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What I used to think….

“The difficulty’s not getting new ideas; new ideas are cheap. I mean there are plenty of new ideas. It’s getting rid of the old ideas; that’s the hard part.” Carlo Rovelli, physicist, author.

I was quite taken by this quote when I read it. It got me wondering what old ideas it’s taken me time to get rid of. Here are a few:

  1. That I knew what was best for you, but’s that’s not true. You know best and if I ask you the right questions, you’ll tell me.
  2. That being busy was a good thing. Until I realised that not being busy meant I was much more effective.
  3. That financial planning was necessarily complicated. Then I realised that, if you don’t understand your financial plan, it’s no plan at all.
  4. That your investment strategy was all important when, in fact, it’s the servant of your financial plan, not the master.
  5. That second-guessing what markets / economies / politicians will do next was essential. Until it dawned on me that being a part-owner in the biggest, most successful businesses around the world negates all of that.
    [Not that second-guessing isn’t fun, but it’s about as important to your financial plan as the winner of the 2.30 at Ascot.]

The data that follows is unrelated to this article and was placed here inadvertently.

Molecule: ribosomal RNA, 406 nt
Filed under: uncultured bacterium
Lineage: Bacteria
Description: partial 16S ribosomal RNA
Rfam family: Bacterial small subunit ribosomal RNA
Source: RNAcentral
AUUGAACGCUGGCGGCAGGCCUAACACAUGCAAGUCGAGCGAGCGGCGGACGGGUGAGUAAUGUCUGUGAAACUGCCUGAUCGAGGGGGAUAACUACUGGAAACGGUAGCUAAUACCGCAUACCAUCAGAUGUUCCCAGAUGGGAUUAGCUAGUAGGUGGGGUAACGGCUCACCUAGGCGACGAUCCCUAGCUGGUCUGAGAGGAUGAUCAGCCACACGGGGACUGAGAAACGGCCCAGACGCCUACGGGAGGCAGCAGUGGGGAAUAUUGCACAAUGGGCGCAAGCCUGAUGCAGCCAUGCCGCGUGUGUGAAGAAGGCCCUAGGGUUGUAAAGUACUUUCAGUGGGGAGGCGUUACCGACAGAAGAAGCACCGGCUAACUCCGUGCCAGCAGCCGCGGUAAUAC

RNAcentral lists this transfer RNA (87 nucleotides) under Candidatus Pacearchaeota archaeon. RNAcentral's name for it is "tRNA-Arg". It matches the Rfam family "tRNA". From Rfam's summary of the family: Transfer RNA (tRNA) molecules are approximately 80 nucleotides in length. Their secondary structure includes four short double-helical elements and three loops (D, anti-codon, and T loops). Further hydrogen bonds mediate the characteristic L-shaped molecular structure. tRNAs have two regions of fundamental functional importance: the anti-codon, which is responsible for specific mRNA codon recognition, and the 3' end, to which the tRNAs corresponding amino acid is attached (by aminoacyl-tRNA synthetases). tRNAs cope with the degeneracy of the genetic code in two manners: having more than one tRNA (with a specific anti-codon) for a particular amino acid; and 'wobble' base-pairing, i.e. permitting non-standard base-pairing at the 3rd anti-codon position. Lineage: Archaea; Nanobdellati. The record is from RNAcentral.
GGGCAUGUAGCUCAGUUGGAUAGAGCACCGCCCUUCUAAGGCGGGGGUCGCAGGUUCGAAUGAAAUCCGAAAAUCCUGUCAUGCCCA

6. That my colleagues were grateful for my close supervision. Then I stopped and they became happier and got more done.
  7. That I had to adapt our services to suit the prospective client. Now I know we should only do what we do best and if that doesn’t suit them, we shouldn’t work together.
  8. That targets, budgets, bonuses were motivational. And then I realised that we’re motivated by things more profound than numbers and money alone.

There are many more of course but, to summarise, it’s fair to say I used to hold on to my thinking and ideas like my life depended on them.

And then I realised that doing so stopped newer, better thinking and ideas coming through. Allowing that flow led to an easier existence: the energy it takes to hold on to bad thinking and ideas is exhausting.

So, what about you?

We all face challenges at home or at work that seem intractable, where we think “If only so-and-so did this, everything would be okay”, but that’s not true.

What could change for you if only you dropped an old idea and allowed a fresh, new idea to come through?

And what’s stopping you dropping that old idea? What have you got to lose? You can always go back if the new one doesn’t pass muster.


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